Based on this analysis, we propose capitalization of reserves as an incentive mechanism. Here’s how it may work: a series of more rational (that is, relatively lower) earnings forecasts are used to price the M&A transaction, for which specific conditions for distributing excess profit as incentive are specified. Once the conditions are met, the listed company will distribute the excess profit to counterparties through capitalization of reserves, which may be executed in phases. The calculation method for each phase may be adjusted in line with the prevailing share price, overall earnings profile of the listed company, and any other factors pre-approved by the general meeting.
Using capitalization of reserves provides the following benefits. (1) Substantial increase in goodwill upon closing of the deal can be avoided. At a conservative estimate, distributing excess profit as an incentive through capitalization of reserves will not lead to a rise in goodwill upon transaction, because the incentive does not form part of the direct costs of the M&A, nor is it an indirect cost that is very likely to incur in the future with an impact that can be reliably measured. (2) Individual income tax can be avoided. If the counterparties are natural persons and the bonus shares issued to the counterparties have resulted from capitalization of capital reserves arising from share offering at a premium by the listed company, then no individual income tax is payable on incomes of this sort. (3) The lock-up period mechanism will work more effectively. According to regulatory policies in effect, a lock-up period applies to M&A deals structured in such a manner that new issued shares are provided in exchange for the acquired assets. Actually, counterparties are able to liquidate their shares and exit early by creating a pledge over their shares. If capitalization of reserves is used, the returns that counterparties may expect from early liquidation and exit will be meaningfully reduced.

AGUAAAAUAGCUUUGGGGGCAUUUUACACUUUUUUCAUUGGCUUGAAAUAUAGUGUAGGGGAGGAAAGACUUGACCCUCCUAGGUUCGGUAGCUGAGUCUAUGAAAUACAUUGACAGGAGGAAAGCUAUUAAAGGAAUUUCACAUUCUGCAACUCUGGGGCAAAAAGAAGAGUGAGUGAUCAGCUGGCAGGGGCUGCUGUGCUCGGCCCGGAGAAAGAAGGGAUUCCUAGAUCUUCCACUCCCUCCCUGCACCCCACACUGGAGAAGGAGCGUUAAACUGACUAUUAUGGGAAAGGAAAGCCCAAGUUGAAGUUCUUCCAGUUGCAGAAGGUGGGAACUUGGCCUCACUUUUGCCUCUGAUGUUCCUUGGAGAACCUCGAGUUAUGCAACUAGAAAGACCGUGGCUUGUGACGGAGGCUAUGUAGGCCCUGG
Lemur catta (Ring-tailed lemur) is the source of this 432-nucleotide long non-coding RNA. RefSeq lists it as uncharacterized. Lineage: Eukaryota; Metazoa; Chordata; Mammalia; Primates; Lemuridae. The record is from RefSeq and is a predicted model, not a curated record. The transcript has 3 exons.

But there are also several issues which users of this mechanism need to take care of: (1) Capitalization involving statutory reserves, if any, must comply with restrictions under the Company Law as to the percentage of statutory reserves being used; (2) As one of the approaches to increasing registered capital of companies, the capitalization must be approved by the general meeting with a special resolution; (3) For the sake of protecting small and medium investors, the independent director should be asked to provide independent comments on matters relating to capitalization of reserves as an incentive mechanism, and votes of small and medium investors for these matters should be counted separately at the general meeting.
Historically, as a way of using company reserves permitted by law, capitalization of reserves was commonly used to pay for share purchase in the era of non-tradable share reform in China’s capital market. Although today capitalization of reserves is not as commonly used by listed companies, we believe that discussing this mechanism and giving it a try will be positive for the market-oriented reforms in China. Of course, implementation of this mechanism will depend on many factors, including regulatory policies, market environment, and willingness of parties to the transactions.
Gong Ruozhou is an associate at Grandway Law Offices